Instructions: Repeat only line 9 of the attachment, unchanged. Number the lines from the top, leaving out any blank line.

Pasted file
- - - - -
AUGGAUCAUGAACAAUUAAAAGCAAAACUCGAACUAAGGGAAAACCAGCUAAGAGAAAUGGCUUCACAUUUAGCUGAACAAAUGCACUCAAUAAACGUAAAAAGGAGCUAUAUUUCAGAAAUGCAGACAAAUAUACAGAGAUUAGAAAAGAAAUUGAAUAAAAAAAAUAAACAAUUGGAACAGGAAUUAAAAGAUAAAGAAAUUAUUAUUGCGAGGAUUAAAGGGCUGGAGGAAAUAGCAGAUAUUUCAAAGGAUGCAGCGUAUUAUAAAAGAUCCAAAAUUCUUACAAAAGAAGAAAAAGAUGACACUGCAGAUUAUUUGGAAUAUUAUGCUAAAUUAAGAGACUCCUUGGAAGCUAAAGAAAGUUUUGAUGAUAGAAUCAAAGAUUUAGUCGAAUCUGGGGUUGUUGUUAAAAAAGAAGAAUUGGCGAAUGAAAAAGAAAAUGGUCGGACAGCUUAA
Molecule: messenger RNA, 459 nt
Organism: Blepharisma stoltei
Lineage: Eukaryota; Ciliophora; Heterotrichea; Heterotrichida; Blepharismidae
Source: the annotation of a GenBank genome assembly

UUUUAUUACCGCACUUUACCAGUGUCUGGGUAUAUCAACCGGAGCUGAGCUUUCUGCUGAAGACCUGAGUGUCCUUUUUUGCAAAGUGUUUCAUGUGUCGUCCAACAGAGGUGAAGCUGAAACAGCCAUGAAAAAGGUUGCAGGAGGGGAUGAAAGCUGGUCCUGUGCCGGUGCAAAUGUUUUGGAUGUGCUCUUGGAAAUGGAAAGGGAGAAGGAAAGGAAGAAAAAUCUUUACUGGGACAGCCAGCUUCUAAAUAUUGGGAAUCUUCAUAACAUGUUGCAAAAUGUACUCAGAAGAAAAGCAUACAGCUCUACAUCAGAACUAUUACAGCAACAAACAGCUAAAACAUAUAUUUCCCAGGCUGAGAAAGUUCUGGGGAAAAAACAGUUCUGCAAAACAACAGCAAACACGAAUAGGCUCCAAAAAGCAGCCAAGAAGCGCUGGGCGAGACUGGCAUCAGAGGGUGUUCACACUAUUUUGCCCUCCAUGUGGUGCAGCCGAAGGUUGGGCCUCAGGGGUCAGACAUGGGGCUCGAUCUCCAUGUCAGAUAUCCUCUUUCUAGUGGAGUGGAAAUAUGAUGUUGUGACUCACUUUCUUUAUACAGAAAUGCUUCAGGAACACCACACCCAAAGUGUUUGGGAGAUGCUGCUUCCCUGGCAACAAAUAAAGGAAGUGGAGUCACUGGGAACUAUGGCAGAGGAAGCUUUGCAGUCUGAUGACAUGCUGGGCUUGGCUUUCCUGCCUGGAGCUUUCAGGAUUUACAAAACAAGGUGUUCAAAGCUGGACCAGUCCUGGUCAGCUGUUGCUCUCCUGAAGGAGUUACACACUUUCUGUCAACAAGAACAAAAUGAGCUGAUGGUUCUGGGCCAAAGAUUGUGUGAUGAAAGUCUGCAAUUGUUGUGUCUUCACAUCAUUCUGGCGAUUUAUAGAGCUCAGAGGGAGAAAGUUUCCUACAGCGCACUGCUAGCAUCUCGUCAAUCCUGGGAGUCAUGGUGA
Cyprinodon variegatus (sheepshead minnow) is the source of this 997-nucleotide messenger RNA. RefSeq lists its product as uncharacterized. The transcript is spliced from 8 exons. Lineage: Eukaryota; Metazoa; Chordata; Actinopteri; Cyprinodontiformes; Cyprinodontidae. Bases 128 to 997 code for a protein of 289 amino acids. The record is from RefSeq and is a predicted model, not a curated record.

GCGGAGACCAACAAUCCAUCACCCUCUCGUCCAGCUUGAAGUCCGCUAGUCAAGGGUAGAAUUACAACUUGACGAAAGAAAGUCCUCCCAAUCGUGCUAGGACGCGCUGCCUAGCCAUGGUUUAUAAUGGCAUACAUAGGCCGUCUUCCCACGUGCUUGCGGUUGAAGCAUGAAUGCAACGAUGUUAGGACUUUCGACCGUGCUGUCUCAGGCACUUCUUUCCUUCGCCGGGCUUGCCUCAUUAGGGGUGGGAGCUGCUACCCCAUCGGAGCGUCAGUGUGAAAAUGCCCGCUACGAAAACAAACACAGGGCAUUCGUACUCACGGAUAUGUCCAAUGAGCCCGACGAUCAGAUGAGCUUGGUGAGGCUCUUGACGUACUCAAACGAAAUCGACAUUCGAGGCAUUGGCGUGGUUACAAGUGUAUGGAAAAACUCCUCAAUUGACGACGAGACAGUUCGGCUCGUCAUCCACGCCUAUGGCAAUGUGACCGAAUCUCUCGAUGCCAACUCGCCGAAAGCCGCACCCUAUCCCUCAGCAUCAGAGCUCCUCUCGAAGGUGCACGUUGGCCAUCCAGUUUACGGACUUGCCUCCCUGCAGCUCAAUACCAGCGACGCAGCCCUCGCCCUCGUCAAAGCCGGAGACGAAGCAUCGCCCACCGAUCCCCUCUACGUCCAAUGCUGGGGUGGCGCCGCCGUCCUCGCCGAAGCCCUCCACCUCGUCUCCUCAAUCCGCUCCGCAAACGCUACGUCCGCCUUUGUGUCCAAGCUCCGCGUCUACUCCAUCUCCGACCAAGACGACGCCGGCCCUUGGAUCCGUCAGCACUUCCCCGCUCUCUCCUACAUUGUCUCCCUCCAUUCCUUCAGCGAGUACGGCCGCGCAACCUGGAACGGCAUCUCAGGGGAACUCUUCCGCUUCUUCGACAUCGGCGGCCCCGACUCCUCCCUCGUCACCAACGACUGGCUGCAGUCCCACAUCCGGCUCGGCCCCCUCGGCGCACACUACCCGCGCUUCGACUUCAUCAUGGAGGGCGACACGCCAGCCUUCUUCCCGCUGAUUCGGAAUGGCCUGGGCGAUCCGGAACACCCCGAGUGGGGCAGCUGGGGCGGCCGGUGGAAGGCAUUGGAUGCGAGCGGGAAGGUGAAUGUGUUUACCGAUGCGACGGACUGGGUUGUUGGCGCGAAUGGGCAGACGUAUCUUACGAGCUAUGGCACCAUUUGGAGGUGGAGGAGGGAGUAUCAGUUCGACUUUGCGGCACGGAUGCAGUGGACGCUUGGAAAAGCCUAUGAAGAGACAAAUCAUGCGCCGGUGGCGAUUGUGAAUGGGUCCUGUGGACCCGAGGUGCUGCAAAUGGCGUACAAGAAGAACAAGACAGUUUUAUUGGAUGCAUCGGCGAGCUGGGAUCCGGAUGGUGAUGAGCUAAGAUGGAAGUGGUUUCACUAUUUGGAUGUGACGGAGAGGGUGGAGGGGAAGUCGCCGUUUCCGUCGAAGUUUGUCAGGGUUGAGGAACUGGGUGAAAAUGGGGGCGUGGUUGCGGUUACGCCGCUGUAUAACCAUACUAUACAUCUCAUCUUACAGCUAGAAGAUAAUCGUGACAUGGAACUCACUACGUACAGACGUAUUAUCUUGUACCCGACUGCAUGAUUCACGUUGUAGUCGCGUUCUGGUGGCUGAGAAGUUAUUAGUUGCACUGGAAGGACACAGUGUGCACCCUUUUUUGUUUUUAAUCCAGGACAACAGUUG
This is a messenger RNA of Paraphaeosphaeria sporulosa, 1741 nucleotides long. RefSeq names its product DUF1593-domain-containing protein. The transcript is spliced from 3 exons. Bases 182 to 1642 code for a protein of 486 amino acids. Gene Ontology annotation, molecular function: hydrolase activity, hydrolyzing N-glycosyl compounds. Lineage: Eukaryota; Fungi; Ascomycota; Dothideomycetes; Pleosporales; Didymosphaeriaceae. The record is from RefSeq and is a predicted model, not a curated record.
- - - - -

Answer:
This is a messenger RNA of Paraphaeosphaeria sporulosa, 1741 nucleotides long. RefSeq names its product DUF1593-domain-containing protein. The transcript is spliced from 3 exons. Bases 182 to 1642 code for a protein of 486 amino acids. Gene Ontology annotation, molecular function: hydrolase activity, hydrolyzing N-glycosyl compounds. Lineage: Eukaryota; Fungi; Ascomycota; Dothideomycetes; Pleosporales; Didymosphaeriaceae. The record is from RefSeq and is a predicted model, not a curated record.